The traditional 9-to-5 workdays are slowly but surely disappearing and making room for flexible working hours. This is a great thing! But it has its downsides and one of the most bespoken among them is work-life balance. Having the possibility to work from anywhere, at any time gives many people a lot of freedom. This comes at the cost of blurring the line between your professional and personal life. Some even dare say that those two are becoming one and the same.
This blurred line causes a lot of stress and anxiety for some as work takes control of their daily lives. The pressure from work follows them home and this can cause a range of issues from continued stress, damaging relationships or even insomnia. So is it possible to bring work home and not having it effect you in such a way? Strictly speaking, no. Work will always have an effect on you. It is possible however to create boundaries that help you maintain a healthy state of mind, even when working from home.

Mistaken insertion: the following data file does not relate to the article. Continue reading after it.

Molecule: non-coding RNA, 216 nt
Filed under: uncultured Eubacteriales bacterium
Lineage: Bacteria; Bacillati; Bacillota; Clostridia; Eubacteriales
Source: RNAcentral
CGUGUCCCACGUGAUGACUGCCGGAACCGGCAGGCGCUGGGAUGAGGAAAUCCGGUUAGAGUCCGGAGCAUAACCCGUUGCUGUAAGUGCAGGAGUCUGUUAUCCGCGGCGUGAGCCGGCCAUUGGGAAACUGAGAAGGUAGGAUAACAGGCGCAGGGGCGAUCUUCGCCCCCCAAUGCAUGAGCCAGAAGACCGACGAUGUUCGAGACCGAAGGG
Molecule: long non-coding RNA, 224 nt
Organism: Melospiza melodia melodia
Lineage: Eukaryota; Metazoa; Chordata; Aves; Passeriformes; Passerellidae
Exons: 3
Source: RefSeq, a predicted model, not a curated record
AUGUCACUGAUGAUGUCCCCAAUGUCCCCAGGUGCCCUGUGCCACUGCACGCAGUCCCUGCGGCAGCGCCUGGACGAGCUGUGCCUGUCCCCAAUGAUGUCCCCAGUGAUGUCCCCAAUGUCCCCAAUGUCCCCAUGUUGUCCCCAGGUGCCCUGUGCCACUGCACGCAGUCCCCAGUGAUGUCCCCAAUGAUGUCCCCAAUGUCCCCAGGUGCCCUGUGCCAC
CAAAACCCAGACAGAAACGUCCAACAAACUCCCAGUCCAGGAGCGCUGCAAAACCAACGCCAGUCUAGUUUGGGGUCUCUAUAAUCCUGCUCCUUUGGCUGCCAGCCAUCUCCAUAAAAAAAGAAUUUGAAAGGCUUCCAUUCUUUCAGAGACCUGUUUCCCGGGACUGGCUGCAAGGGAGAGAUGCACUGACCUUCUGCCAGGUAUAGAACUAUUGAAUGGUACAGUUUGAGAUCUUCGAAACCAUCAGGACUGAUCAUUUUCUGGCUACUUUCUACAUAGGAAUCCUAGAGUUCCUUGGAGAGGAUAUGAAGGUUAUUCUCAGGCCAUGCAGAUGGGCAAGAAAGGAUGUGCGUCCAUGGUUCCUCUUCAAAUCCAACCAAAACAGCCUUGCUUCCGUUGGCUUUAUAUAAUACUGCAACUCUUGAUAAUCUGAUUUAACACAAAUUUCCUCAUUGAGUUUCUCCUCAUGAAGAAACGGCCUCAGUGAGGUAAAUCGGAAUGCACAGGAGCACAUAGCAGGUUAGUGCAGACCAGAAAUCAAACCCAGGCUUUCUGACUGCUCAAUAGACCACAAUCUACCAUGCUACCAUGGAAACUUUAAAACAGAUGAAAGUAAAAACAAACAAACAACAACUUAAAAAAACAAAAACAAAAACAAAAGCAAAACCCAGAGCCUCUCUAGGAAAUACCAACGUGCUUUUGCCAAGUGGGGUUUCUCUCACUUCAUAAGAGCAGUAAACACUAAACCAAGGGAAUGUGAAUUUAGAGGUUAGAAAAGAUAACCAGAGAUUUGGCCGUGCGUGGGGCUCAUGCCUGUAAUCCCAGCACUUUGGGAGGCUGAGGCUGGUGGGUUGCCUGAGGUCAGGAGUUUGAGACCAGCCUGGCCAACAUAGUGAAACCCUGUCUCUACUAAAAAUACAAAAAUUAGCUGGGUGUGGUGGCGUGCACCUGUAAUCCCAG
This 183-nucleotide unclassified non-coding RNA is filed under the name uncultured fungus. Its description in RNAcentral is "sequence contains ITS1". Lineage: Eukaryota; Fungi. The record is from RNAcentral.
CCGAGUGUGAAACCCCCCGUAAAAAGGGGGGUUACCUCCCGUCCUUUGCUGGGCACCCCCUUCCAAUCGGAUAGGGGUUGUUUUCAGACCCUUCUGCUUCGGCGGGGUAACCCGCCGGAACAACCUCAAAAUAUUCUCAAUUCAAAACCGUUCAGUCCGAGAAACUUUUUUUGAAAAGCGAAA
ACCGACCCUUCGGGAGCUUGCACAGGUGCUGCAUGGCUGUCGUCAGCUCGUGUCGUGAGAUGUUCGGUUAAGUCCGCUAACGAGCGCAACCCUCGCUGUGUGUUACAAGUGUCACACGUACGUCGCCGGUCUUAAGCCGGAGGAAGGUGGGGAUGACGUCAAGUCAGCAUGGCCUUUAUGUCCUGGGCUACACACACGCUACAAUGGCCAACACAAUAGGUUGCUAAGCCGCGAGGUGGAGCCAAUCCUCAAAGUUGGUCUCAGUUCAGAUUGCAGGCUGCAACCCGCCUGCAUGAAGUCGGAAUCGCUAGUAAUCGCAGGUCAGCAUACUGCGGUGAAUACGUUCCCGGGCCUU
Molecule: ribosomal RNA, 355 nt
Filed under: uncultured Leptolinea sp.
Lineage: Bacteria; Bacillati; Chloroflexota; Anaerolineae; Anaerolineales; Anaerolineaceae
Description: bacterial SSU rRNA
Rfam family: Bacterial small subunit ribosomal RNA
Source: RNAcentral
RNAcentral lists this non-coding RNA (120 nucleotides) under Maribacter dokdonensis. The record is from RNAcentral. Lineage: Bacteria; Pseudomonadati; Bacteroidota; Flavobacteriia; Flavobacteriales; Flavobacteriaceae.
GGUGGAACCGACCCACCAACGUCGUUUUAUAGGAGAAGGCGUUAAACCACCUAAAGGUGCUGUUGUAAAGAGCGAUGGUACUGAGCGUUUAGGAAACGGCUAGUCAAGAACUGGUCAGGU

Implementing these 3 tips on the right will help you achieve a better work-life balance while not compromising on or the other!
Creating some form of ritual that clearly separates work time and home time from each other in your mind. This can be very small things like taking a shower or changing clothes. Repeating this ritual every day will create a link between it and ending your work day. This creates a psychological barrier in your mind that will give you peace as you leave work behind.
Technology is a wonderful thing and handheld devices such as tablets and smartphones offer such amazing opportunities for working remotely. But they also keep you connected to that work, even after your day is over. In most careers it is accepted to be unreachable during after-office hours, so don’t be afraid to turn your devices off and enjoy your time with the people around you.
3. Create space
When working from home it is often tempting to work in the couch or for some even in bed. Don’t. Creating a designated working area at home can help finding that balance. Work where you’re supposed to work and relax where you’re supposed to relax. This will help your mind understand when you’re in working mode and will help to make the transition to relaxation mode easier.
Article written by: Matthieu Van Der Poorten